Unpacking Review – What’s In The Box?

Unpacking Review

I play a good number of indie PC games. Many of them are good! Just as many are derivative or fail to accomplish their goals. When I first booted up Unpacking, that’s what I thought it was going to be. The soft graphics and gentle music were compelling, but the game seemed like a simple, childish puzzle. Then it started to click for me. Then I sat down to write this review and found myself staring at the blank page. Unpacking is a beautiful interactive narrative experience that will affect you more than you’d believe possible. At least, that happened to me!

Unpacking is a soothing, gentle puzzle game. You are in a room or a house, and you need to empty cardboard boxes, placing their contents around the area. Pictures go on the wall, cutlery in a kitchen drawer. Magnets go on the fridge, and that little model of the Eiffel Tower goes… wait, why do you own this again? And why do you keep carrying it from home to home?

I was a little bit surprised to learn how narrative Unpacking is. It’s not a story with prominent characters with scenes of dialogue and stuff. This is a story that plays out more like Gone Home or other walking simulators. By exploring the space, you learn about the characters. That model of the Eiffel Tower? The (nameless) main character carries it with her into every home she goes to and accumulates other European chachkies along the way. I guess she’s kind of basic and loves backpacking in Europe? Maybe you find that trait charming or not, but it was a vivid bit of characterization.

A Fresh Start

Moving is such a universal process (at least to me, a Millennial American) that aspects of the game couldn’t help but make me think about my real life. For example, every place you move to, you unpack generations of old Nintendo consoles. I mean, they are blurry and stylized enough to have legal deniability. Still, game fans will notice the Gamecube-like logo on many of the CD cases you repeatedly unpack. This attention to detail is pretty neat in and of itself, but it also made me think: is it worth it to own all these Nintendos that I need to unpack again and again and again every time I move? (Yes, it is.) I guess the junk we accumulate tells us a lot about who we are, and it’s a neat angle on a story.

I started to get very frustrated with Unpacking when I couldn’t complete the first level. There were some items, like a soccer ball, that were hard for me to place. But the thing that was killing me was this little leatherbound book. I put it on the desk, in a closet, on the bed. But the game would not let me proceed. It turns out it was a diary, and it needs to go somewhere with a lock. OK, that’s a pretty good detail. I thought that maybe I was playing a flawed puzzle game.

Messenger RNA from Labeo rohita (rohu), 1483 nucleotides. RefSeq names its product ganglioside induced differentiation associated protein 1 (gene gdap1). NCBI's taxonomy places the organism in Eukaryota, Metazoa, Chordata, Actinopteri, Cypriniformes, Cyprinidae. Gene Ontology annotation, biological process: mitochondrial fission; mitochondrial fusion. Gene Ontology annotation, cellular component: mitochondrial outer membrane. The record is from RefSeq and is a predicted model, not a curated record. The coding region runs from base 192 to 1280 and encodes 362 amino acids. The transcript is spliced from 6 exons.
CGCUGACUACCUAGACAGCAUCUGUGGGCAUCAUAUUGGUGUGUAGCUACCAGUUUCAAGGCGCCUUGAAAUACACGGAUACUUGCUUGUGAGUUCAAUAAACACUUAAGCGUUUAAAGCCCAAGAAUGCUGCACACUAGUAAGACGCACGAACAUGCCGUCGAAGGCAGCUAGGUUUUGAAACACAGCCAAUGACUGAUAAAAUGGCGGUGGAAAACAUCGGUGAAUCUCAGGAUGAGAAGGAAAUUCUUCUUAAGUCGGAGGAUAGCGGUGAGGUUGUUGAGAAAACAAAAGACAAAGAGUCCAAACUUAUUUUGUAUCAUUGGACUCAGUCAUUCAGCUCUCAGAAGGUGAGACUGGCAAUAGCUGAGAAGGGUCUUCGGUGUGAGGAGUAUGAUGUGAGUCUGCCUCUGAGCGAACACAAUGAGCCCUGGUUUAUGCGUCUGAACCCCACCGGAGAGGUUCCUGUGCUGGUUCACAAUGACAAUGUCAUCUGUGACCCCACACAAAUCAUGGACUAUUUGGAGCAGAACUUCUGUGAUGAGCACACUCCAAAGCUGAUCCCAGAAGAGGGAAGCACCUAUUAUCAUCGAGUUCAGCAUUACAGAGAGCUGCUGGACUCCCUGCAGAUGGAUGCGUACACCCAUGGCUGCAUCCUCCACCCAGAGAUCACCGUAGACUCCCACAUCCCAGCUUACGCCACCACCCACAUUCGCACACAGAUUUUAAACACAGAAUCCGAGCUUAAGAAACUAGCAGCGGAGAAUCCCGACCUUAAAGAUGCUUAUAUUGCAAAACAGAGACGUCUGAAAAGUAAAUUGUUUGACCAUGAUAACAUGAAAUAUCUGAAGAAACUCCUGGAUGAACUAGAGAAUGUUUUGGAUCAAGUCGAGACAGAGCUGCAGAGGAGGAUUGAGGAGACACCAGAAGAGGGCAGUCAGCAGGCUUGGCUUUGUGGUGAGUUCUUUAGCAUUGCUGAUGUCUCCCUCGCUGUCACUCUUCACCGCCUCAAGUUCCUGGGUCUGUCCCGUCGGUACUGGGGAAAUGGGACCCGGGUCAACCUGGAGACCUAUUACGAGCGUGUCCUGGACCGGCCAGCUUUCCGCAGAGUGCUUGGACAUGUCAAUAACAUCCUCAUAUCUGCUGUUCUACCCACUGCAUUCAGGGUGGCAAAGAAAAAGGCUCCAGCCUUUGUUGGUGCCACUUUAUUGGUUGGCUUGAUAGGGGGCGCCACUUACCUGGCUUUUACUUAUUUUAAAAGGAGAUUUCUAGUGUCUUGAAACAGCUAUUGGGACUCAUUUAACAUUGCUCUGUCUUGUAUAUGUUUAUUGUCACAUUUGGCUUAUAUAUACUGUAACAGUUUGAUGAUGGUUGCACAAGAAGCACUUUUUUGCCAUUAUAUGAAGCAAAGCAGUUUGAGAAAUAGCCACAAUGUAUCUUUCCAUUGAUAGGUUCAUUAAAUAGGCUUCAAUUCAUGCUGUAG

It turns out I was playing a lovely narrative game. The story started to click with me when you have to move your stuff into a fabulous (but small) new apartment. It was hip and sociable but already filled with stuff. I was trying to fit my D&D t-shirts and bras in with some guy’s ties and socks. It was hard to fit anything in there, and I couldn’t move anything. And yeah, have you ever moved into a significant other’s home? It’s hard to get everything to fit.

It turns out there are lots of good life metaphors during a move. I don’t want to give the whole story away, but there’s a perfect moment when the protagonist is down on her luck and needs to fit all her accumulated stuff into a much too small space. There was also a further relationship story about a new and much better-suited significant other. That’s right, Unpacking casually turns into a queer narrative in a way I found devastatingly subtle. Comparing the two significant others- the guy seems to be a musician, and the lady loves to plant and has a great wardrobe- was a whole story unto itself!

The Final Move

I’m gushing about Unpacking. I loved it! The game got me very emotional, and I haven’t stopped thinking about it since I beat it. The thing is, beating didn’t take me very long. I cleared the game to the end credits in a little over three hours. I earned something like half the achievements in that time too. This is not a long game. And while some of the puzzles stumped me for a moment, it is not all that challenging. And while there’s a lot of satisfaction to be found in a well-organized kitchen, the game doesn’t offer that much of an opportunity to be creative, either. There are some downsides.

But then… how much did it cost to go to the movies last time you went? Do you remember what you saw? Unpacking is going to stick with me at least as hard as the latest superhero movie I saw, and it’s going to make the next time I need to look for a new place that much more tolerable. Maybe even fun. I enjoyed the brief time I spent with Unpacking, and I’m not going to stop thinking about it before my next move.

**PC review code provided by the publisher**

The Good

• Unique interactive narrative
• Simple engaging puzzle
• Attractive indie style


The Bad

• Only a few hours long
• Not that challenging